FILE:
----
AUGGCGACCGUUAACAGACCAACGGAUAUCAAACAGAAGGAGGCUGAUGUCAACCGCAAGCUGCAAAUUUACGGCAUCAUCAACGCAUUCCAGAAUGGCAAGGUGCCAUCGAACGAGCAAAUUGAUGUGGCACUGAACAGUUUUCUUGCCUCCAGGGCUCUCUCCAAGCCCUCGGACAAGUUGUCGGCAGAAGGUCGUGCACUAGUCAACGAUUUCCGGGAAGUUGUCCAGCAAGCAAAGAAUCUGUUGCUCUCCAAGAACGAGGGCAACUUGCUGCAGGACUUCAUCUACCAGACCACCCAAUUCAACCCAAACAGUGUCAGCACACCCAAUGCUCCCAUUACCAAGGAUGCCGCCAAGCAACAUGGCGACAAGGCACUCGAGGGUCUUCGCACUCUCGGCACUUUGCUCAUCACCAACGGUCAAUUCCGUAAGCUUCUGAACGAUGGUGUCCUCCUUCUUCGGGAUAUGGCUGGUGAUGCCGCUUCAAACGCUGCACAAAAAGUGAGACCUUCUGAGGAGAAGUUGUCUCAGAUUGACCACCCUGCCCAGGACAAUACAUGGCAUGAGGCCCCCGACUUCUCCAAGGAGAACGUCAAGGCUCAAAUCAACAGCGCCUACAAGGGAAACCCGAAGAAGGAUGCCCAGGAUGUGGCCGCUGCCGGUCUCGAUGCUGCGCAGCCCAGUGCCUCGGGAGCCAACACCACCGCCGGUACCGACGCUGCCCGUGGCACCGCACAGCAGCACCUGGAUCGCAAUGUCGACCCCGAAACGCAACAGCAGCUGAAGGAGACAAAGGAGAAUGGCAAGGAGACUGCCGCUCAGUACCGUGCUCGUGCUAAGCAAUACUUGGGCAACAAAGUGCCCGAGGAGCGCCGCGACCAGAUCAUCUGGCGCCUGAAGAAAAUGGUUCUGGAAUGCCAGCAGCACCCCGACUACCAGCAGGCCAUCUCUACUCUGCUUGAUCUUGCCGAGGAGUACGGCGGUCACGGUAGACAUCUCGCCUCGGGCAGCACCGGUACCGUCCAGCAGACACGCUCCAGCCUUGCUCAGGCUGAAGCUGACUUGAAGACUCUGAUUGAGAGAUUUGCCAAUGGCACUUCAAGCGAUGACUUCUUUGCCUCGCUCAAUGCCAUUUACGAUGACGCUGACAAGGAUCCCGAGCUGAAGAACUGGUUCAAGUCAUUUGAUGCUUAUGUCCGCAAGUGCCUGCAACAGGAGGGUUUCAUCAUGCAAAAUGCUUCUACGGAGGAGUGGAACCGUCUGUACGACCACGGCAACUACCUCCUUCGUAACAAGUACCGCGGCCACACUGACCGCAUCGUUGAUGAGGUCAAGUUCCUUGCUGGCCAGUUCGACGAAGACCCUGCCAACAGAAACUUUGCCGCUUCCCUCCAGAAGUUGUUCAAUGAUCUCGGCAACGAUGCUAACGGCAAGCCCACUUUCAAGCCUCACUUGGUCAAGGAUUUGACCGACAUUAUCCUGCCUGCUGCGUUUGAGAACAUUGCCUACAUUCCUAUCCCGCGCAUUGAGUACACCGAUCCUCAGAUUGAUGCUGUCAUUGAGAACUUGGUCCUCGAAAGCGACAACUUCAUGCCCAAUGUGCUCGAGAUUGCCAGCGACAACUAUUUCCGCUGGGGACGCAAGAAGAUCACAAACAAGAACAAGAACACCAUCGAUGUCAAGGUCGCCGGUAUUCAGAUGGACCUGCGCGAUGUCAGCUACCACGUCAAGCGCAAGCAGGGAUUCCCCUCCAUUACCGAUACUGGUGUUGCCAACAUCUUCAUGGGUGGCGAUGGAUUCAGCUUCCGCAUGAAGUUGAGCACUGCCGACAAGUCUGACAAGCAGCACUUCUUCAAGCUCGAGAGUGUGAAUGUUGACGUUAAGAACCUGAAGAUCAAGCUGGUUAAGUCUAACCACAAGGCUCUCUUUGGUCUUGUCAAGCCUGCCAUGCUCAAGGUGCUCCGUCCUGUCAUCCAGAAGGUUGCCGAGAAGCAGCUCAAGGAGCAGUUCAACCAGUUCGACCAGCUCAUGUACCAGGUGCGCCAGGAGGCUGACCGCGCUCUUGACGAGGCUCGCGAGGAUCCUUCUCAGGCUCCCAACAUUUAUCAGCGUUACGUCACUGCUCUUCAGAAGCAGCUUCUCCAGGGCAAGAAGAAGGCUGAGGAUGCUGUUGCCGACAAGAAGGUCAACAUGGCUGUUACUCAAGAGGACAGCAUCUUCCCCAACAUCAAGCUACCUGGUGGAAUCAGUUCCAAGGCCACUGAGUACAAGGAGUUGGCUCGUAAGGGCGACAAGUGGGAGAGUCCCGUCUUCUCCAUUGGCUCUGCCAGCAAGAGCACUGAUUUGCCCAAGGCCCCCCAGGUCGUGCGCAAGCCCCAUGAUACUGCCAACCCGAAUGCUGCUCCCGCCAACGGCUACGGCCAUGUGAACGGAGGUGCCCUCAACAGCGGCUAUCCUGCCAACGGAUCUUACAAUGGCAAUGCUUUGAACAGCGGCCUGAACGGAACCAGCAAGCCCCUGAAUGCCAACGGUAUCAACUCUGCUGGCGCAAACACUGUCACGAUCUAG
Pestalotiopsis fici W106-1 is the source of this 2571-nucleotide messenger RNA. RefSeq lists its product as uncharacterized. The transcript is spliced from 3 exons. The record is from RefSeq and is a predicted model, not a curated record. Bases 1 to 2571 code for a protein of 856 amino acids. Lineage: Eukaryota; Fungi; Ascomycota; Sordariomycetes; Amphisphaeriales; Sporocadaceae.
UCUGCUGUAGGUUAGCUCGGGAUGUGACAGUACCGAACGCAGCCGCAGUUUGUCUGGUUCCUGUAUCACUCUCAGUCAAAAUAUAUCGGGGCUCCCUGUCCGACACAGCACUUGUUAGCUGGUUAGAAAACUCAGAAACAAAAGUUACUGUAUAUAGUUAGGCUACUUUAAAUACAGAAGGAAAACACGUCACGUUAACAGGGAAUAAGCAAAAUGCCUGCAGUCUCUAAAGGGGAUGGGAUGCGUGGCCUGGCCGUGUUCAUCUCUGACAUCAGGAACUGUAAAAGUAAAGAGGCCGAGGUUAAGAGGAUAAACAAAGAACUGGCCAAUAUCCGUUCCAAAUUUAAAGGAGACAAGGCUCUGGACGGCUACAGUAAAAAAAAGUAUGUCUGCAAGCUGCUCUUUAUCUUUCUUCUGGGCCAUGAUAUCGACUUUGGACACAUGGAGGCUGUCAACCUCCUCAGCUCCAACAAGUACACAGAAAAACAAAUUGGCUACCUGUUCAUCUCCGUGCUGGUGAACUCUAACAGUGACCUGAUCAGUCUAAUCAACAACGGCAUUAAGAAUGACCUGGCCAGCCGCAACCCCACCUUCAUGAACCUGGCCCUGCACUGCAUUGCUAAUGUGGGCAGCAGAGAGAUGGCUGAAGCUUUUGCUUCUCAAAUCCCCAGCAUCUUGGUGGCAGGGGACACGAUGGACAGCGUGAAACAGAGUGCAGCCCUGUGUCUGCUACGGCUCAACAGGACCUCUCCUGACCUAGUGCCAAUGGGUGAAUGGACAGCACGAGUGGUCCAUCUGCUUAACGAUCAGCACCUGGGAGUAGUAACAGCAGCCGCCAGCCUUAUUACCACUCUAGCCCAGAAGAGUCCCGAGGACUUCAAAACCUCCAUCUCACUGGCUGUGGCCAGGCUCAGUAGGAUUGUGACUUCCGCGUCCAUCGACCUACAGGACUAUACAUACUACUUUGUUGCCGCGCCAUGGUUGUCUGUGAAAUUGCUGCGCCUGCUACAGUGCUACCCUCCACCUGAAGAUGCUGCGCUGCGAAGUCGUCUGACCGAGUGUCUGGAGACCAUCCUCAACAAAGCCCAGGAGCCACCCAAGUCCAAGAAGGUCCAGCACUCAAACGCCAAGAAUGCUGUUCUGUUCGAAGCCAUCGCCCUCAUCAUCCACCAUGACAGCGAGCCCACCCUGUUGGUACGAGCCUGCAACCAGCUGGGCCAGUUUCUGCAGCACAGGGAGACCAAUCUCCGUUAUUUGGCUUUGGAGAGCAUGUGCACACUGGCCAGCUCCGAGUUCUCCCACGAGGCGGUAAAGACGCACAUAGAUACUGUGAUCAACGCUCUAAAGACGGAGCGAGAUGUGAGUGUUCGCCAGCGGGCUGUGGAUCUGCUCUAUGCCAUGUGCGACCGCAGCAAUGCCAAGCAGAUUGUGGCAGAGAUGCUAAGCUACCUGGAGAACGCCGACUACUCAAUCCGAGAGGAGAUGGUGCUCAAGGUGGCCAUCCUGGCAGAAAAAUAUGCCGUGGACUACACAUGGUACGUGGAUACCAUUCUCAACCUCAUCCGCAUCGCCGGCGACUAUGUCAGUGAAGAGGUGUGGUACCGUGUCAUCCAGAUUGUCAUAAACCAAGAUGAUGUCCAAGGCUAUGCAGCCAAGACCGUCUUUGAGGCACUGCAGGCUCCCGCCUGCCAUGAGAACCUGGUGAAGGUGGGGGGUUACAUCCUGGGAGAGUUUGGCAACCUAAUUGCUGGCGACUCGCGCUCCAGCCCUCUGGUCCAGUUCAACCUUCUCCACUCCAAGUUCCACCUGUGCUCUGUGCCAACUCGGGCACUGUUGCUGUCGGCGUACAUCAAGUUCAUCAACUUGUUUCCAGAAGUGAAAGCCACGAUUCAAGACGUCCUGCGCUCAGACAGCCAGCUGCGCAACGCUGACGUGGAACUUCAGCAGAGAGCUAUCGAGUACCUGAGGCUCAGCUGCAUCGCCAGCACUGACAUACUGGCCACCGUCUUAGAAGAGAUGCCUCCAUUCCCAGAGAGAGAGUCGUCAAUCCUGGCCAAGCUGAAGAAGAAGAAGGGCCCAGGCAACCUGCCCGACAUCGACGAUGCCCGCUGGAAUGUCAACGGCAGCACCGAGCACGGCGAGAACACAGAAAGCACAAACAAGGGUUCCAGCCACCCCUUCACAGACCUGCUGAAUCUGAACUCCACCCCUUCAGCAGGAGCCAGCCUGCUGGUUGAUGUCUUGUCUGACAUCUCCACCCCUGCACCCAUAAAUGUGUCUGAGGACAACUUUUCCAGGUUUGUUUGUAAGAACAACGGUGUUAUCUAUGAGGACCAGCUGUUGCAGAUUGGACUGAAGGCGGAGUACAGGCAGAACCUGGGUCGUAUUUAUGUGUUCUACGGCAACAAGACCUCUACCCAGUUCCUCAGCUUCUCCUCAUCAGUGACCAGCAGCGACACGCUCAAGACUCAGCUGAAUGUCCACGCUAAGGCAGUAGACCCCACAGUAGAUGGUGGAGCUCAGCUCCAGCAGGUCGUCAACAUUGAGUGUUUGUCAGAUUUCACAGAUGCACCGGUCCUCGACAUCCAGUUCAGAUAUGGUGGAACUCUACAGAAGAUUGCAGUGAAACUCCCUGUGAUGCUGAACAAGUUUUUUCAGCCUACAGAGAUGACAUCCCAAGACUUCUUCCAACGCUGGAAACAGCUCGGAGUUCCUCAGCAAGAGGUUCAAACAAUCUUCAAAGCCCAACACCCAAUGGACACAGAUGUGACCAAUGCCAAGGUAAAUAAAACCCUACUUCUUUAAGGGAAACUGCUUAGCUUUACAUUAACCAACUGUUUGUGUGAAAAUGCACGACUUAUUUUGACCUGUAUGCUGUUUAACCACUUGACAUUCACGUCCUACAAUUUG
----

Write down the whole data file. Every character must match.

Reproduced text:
AUGGCGACCGUUAACAGACCAACGGAUAUCAAACAGAAGGAGGCUGAUGUCAACCGCAAGCUGCAAAUUUACGGCAUCAUCAACGCAUUCCAGAAUGGCAAGGUGCCAUCGAACGAGCAAAUUGAUGUGGCACUGAACAGUUUUCUUGCCUCCAGGGCUCUCUCCAAGCCCUCGGACAAGUUGUCGGCAGAAGGUCGUGCACUAGUCAACGAUUUCCGGGAAGUUGUCCAGCAAGCAAAGAAUCUGUUGCUCUCCAAGAACGAGGGCAACUUGCUGCAGGACUUCAUCUACCAGACCACCCAAUUCAACCCAAACAGUGUCAGCACACCCAAUGCUCCCAUUACCAAGGAUGCCGCCAAGCAACAUGGCGACAAGGCACUCGAGGGUCUUCGCACUCUCGGCACUUUGCUCAUCACCAACGGUCAAUUCCGUAAGCUUCUGAACGAUGGUGUCCUCCUUCUUCGGGAUAUGGCUGGUGAUGCCGCUUCAAACGCUGCACAAAAAGUGAGACCUUCUGAGGAGAAGUUGUCUCAGAUUGACCACCCUGCCCAGGACAAUACAUGGCAUGAGGCCCCCGACUUCUCCAAGGAGAACGUCAAGGCUCAAAUCAACAGCGCCUACAAGGGAAACCCGAAGAAGGAUGCCCAGGAUGUGGCCGCUGCCGGUCUCGAUGCUGCGCAGCCCAGUGCCUCGGGAGCCAACACCACCGCCGGUACCGACGCUGCCCGUGGCACCGCACAGCAGCACCUGGAUCGCAAUGUCGACCCCGAAACGCAACAGCAGCUGAAGGAGACAAAGGAGAAUGGCAAGGAGACUGCCGCUCAGUACCGUGCUCGUGCUAAGCAAUACUUGGGCAACAAAGUGCCCGAGGAGCGCCGCGACCAGAUCAUCUGGCGCCUGAAGAAAAUGGUUCUGGAAUGCCAGCAGCACCCCGACUACCAGCAGGCCAUCUCUACUCUGCUUGAUCUUGCCGAGGAGUACGGCGGUCACGGUAGACAUCUCGCCUCGGGCAGCACCGGUACCGUCCAGCAGACACGCUCCAGCCUUGCUCAGGCUGAAGCUGACUUGAAGACUCUGAUUGAGAGAUUUGCCAAUGGCACUUCAAGCGAUGACUUCUUUGCCUCGCUCAAUGCCAUUUACGAUGACGCUGACAAGGAUCCCGAGCUGAAGAACUGGUUCAAGUCAUUUGAUGCUUAUGUCCGCAAGUGCCUGCAACAGGAGGGUUUCAUCAUGCAAAAUGCUUCUACGGAGGAGUGGAACCGUCUGUACGACCACGGCAACUACCUCCUUCGUAACAAGUACCGCGGCCACACUGACCGCAUCGUUGAUGAGGUCAAGUUCCUUGCUGGCCAGUUCGACGAAGACCCUGCCAACAGAAACUUUGCCGCUUCCCUCCAGAAGUUGUUCAAUGAUCUCGGCAACGAUGCUAACGGCAAGCCCACUUUCAAGCCUCACUUGGUCAAGGAUUUGACCGACAUUAUCCUGCCUGCUGCGUUUGAGAACAUUGCCUACAUUCCUAUCCCGCGCAUUGAGUACACCGAUCCUCAGAUUGAUGCUGUCAUUGAGAACUUGGUCCUCGAAAGCGACAACUUCAUGCCCAAUGUGCUCGAGAUUGCCAGCGACAACUAUUUCCGCUGGGGACGCAAGAAGAUCACAAACAAGAACAAGAACACCAUCGAUGUCAAGGUCGCCGGUAUUCAGAUGGACCUGCGCGAUGUCAGCUACCACGUCAAGCGCAAGCAGGGAUUCCCCUCCAUUACCGAUACUGGUGUUGCCAACAUCUUCAUGGGUGGCGAUGGAUUCAGCUUCCGCAUGAAGUUGAGCACUGCCGACAAGUCUGACAAGCAGCACUUCUUCAAGCUCGAGAGUGUGAAUGUUGACGUUAAGAACCUGAAGAUCAAGCUGGUUAAGUCUAACCACAAGGCUCUCUUUGGUCUUGUCAAGCCUGCCAUGCUCAAGGUGCUCCGUCCUGUCAUCCAGAAGGUUGCCGAGAAGCAGCUCAAGGAGCAGUUCAACCAGUUCGACCAGCUCAUGUACCAGGUGCGCCAGGAGGCUGACCGCGCUCUUGACGAGGCUCGCGAGGAUCCUUCUCAGGCUCCCAACAUUUAUCAGCGUUACGUCACUGCUCUUCAGAAGCAGCUUCUCCAGGGCAAGAAGAAGGCUGAGGAUGCUGUUGCCGACAAGAAGGUCAACAUGGCUGUUACUCAAGAGGACAGCAUCUUCCCCAACAUCAAGCUACCUGGUGGAAUCAGUUCCAAGGCCACUGAGUACAAGGAGUUGGCUCGUAAGGGCGACAAGUGGGAGAGUCCCGUCUUCUCCAUUGGCUCUGCCAGCAAGAGCACUGAUUUGCCCAAGGCCCCCCAGGUCGUGCGCAAGCCCCAUGAUACUGCCAACCCGAAUGCUGCUCCCGCCAACGGCUACGGCCAUGUGAACGGAGGUGCCCUCAACAGCGGCUAUCCUGCCAACGGAUCUUACAAUGGCAAUGCUUUGAACAGCGGCCUGAACGGAACCAGCAAGCCCCUGAAUGCCAACGGUAUCAACUCUGCUGGCGCAAACACUGUCACGAUCUAG
Pestalotiopsis fici W106-1 is the source of this 2571-nucleotide messenger RNA. RefSeq lists its product as uncharacterized. The transcript is spliced from 3 exons. The record is from RefSeq and is a predicted model, not a curated record. Bases 1 to 2571 code for a protein of 856 amino acids. Lineage: Eukaryota; Fungi; Ascomycota; Sordariomycetes; Amphisphaeriales; Sporocadaceae.
UCUGCUGUAGGUUAGCUCGGGAUGUGACAGUACCGAACGCAGCCGCAGUUUGUCUGGUUCCUGUAUCACUCUCAGUCAAAAUAUAUCGGGGCUCCCUGUCCGACACAGCACUUGUUAGCUGGUUAGAAAACUCAGAAACAAAAGUUACUGUAUAUAGUUAGGCUACUUUAAAUACAGAAGGAAAACACGUCACGUUAACAGGGAAUAAGCAAAAUGCCUGCAGUCUCUAAAGGGGAUGGGAUGCGUGGCCUGGCCGUGUUCAUCUCUGACAUCAGGAACUGUAAAAGUAAAGAGGCCGAGGUUAAGAGGAUAAACAAAGAACUGGCCAAUAUCCGUUCCAAAUUUAAAGGAGACAAGGCUCUGGACGGCUACAGUAAAAAAAAGUAUGUCUGCAAGCUGCUCUUUAUCUUUCUUCUGGGCCAUGAUAUCGACUUUGGACACAUGGAGGCUGUCAACCUCCUCAGCUCCAACAAGUACACAGAAAAACAAAUUGGCUACCUGUUCAUCUCCGUGCUGGUGAACUCUAACAGUGACCUGAUCAGUCUAAUCAACAACGGCAUUAAGAAUGACCUGGCCAGCCGCAACCCCACCUUCAUGAACCUGGCCCUGCACUGCAUUGCUAAUGUGGGCAGCAGAGAGAUGGCUGAAGCUUUUGCUUCUCAAAUCCCCAGCAUCUUGGUGGCAGGGGACACGAUGGACAGCGUGAAACAGAGUGCAGCCCUGUGUCUGCUACGGCUCAACAGGACCUCUCCUGACCUAGUGCCAAUGGGUGAAUGGACAGCACGAGUGGUCCAUCUGCUUAACGAUCAGCACCUGGGAGUAGUAACAGCAGCCGCCAGCCUUAUUACCACUCUAGCCCAGAAGAGUCCCGAGGACUUCAAAACCUCCAUCUCACUGGCUGUGGCCAGGCUCAGUAGGAUUGUGACUUCCGCGUCCAUCGACCUACAGGACUAUACAUACUACUUUGUUGCCGCGCCAUGGUUGUCUGUGAAAUUGCUGCGCCUGCUACAGUGCUACCCUCCACCUGAAGAUGCUGCGCUGCGAAGUCGUCUGACCGAGUGUCUGGAGACCAUCCUCAACAAAGCCCAGGAGCCACCCAAGUCCAAGAAGGUCCAGCACUCAAACGCCAAGAAUGCUGUUCUGUUCGAAGCCAUCGCCCUCAUCAUCCACCAUGACAGCGAGCCCACCCUGUUGGUACGAGCCUGCAACCAGCUGGGCCAGUUUCUGCAGCACAGGGAGACCAAUCUCCGUUAUUUGGCUUUGGAGAGCAUGUGCACACUGGCCAGCUCCGAGUUCUCCCACGAGGCGGUAAAGACGCACAUAGAUACUGUGAUCAACGCUCUAAAGACGGAGCGAGAUGUGAGUGUUCGCCAGCGGGCUGUGGAUCUGCUCUAUGCCAUGUGCGACCGCAGCAAUGCCAAGCAGAUUGUGGCAGAGAUGCUAAGCUACCUGGAGAACGCCGACUACUCAAUCCGAGAGGAGAUGGUGCUCAAGGUGGCCAUCCUGGCAGAAAAAUAUGCCGUGGACUACACAUGGUACGUGGAUACCAUUCUCAACCUCAUCCGCAUCGCCGGCGACUAUGUCAGUGAAGAGGUGUGGUACCGUGUCAUCCAGAUUGUCAUAAACCAAGAUGAUGUCCAAGGCUAUGCAGCCAAGACCGUCUUUGAGGCACUGCAGGCUCCCGCCUGCCAUGAGAACCUGGUGAAGGUGGGGGGUUACAUCCUGGGAGAGUUUGGCAACCUAAUUGCUGGCGACUCGCGCUCCAGCCCUCUGGUCCAGUUCAACCUUCUCCACUCCAAGUUCCACCUGUGCUCUGUGCCAACUCGGGCACUGUUGCUGUCGGCGUACAUCAAGUUCAUCAACUUGUUUCCAGAAGUGAAAGCCACGAUUCAAGACGUCCUGCGCUCAGACAGCCAGCUGCGCAACGCUGACGUGGAACUUCAGCAGAGAGCUAUCGAGUACCUGAGGCUCAGCUGCAUCGCCAGCACUGACAUACUGGCCACCGUCUUAGAAGAGAUGCCUCCAUUCCCAGAGAGAGAGUCGUCAAUCCUGGCCAAGCUGAAGAAGAAGAAGGGCCCAGGCAACCUGCCCGACAUCGACGAUGCCCGCUGGAAUGUCAACGGCAGCACCGAGCACGGCGAGAACACAGAAAGCACAAACAAGGGUUCCAGCCACCCCUUCACAGACCUGCUGAAUCUGAACUCCACCCCUUCAGCAGGAGCCAGCCUGCUGGUUGAUGUCUUGUCUGACAUCUCCACCCCUGCACCCAUAAAUGUGUCUGAGGACAACUUUUCCAGGUUUGUUUGUAAGAACAACGGUGUUAUCUAUGAGGACCAGCUGUUGCAGAUUGGACUGAAGGCGGAGUACAGGCAGAACCUGGGUCGUAUUUAUGUGUUCUACGGCAACAAGACCUCUACCCAGUUCCUCAGCUUCUCCUCAUCAGUGACCAGCAGCGACACGCUCAAGACUCAGCUGAAUGUCCACGCUAAGGCAGUAGACCCCACAGUAGAUGGUGGAGCUCAGCUCCAGCAGGUCGUCAACAUUGAGUGUUUGUCAGAUUUCACAGAUGCACCGGUCCUCGACAUCCAGUUCAGAUAUGGUGGAACUCUACAGAAGAUUGCAGUGAAACUCCCUGUGAUGCUGAACAAGUUUUUUCAGCCUACAGAGAUGACAUCCCAAGACUUCUUCCAACGCUGGAAACAGCUCGGAGUUCCUCAGCAAGAGGUUCAAACAAUCUUCAAAGCCCAACACCCAAUGGACACAGAUGUGACCAAUGCCAAGGUAAAUAAAACCCUACUUCUUUAAGGGAAACUGCUUAGCUUUACAUUAACCAACUGUUUGUGUGAAAAUGCACGACUUAUUUUGACCUGUAUGCUGUUUAACCACUUGACAUUCACGUCCUACAAUUUG